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thMy daughter just got tagged by the Sunshine Blogger Award, which is sort of like receiving a chain letter. In a good way, since it opens you up to new readers and gives you a chance to promote websites you enjoy.

How it works: Awardees get five questions to answer in print (here’s the link to Abby’s), and are supposed to send five of their own questions out to a handful of bloggers they read.

Of the questions Abby got my favorite was No. 3: “What do you think Victoria’s Secret is?”

Abby’s response: “That she’s very cold.” Snort.

But it made me think about putting my own questions out there – to readers, not writers.*

 


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thWhy am I giving away $10 in Amazon scrip? Because it’s easy, that’s why.

I’ve got too many irons in the fire right now to focus on coming up with a clever giveaway and an even more clever explanation of said giveaway.

Summer + deadlines = not quite enough time to do everything I need/want to do. Thus I’m cutting corners wherever I can.

Heck, last week I skipped the giveaway altogether. Sorry about that.

 


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Putting food by.

GetAttachmentThe photo is a glimpse of harvest mania at Chez DIY. Those underachievers in the small glass dish are strawberries picked from our tiny patch, which we hope to expand in years to come.

In the bowl and large measuring cup are four quarts of raspberries that DF and I picked in an evening, quitting before we’d gotten them all. We’ve already frozen 14 quarts of the things for his oatmeal and my homemade yogurt, and also to eat the Alaska way: only partially thawed and with a big dump of sugar.

On the left are jars of jam I’d made from a previous session; it’s the second batch I’ve made this year. Seeing those jars gives me the urge to make another one.

Not that we need a third batch, or maybe even that second one; we’re still using up jam from last year. But I don’t want the backyard bounty to go to waste — and part of me doesn’t even want to give them away.

That’s the part of me that feels, every year, that primal urge: Winter is coming. Put food by.

 


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thA trending Twitter hashtag #TenThingsNotToSayToAWriter really got my attention today. You can imagine why.

Some well-known writers (Jodi Picoult, Harlan Coben, S.E. Hinton, John Scalzi, et al.) dove in along with the rest of us lesser-known and unknown scribes. Collectively we whirled and howled about stuff like:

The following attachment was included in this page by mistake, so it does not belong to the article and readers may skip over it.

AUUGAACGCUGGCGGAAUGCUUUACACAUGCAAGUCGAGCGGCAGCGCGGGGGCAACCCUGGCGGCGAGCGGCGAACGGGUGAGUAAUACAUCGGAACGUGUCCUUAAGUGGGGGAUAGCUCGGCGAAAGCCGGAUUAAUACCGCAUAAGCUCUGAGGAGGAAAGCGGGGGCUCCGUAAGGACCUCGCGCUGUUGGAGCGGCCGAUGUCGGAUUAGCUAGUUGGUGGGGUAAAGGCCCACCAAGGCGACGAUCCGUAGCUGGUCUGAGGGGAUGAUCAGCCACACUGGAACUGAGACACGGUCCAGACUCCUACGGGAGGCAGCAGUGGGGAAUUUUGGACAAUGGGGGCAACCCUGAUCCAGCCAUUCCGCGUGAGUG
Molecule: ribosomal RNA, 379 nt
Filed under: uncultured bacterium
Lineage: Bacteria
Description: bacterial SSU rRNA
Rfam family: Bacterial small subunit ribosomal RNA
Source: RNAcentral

• Low pay and no pay
  • Folks who question why we have to use so many cuss words
  • The assumption that we’ll never get published, i.e., be “real” writers
  • People who treat what we do as a hobby
  • Those who swear they could do this too, if only they had the time

Were we being thin-skinned? Check out a few of the tweets and let me know:

“It’s pretty impressive that you spend so much time on something that has so little chance of success.”

“I downloaded your book for free online. Could you please sign this printout of it?”

 


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th-1I can find personal finance advice just about anywhere, which is why I’ve posted articles like “6 financial lessons from ‘Godzilla’,” “Zombie consumerism” and “10 personal finance lessons from the Iditarod.”

Thus I was on the lookout at last Wednesday’s Metropolitan Opera’s HD re-broadcast of “The Merry Widow.” This is not an opera about bustiers. In fact, it’s not even an opera, but an operetta – lots of speaking roles but with enough musical numbers to keep an orchestra busy.

It’s pretty fluffy fare: The Paris embassy of the impoverished Grandy Duchy of Pontevedro plans a formal ball and invites the titular widow (played by Renee Fleming), who came into big bucks upon the death of her much-older husband on their wedding night.

Officials are terrified that she’ll marry someone outside their country and take her money with her, which could tip the country into bankruptcy. They scheme to fix her up with the ultra-eligible Count Danilo Danilovitsch. What they don’t know is that the two were once in love but his family forbade the marriage – at that time, Hanna was a country girl without a cent to her name.

Does she still love Danilo? Do you even have to ask? But things aren’t that simple.

 


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thSick of sharing the bathroom, and maybe even a bedroom? Understandable. But the solo life can cost you. The chance to walk around in your underpants and watch whatever you want on Netflix means paying up to 44 percent more for the single life.

That’s why I suggested this as a topic for Money Talks News: “Done with roommates? 48 ways to afford living solo.” Some of those 48 tactics are fairly easy things like researching the rental market, watching for move-in specials and entertaining at home vs. making every occasion an expensive one.

Others are simple, but not easy.

 


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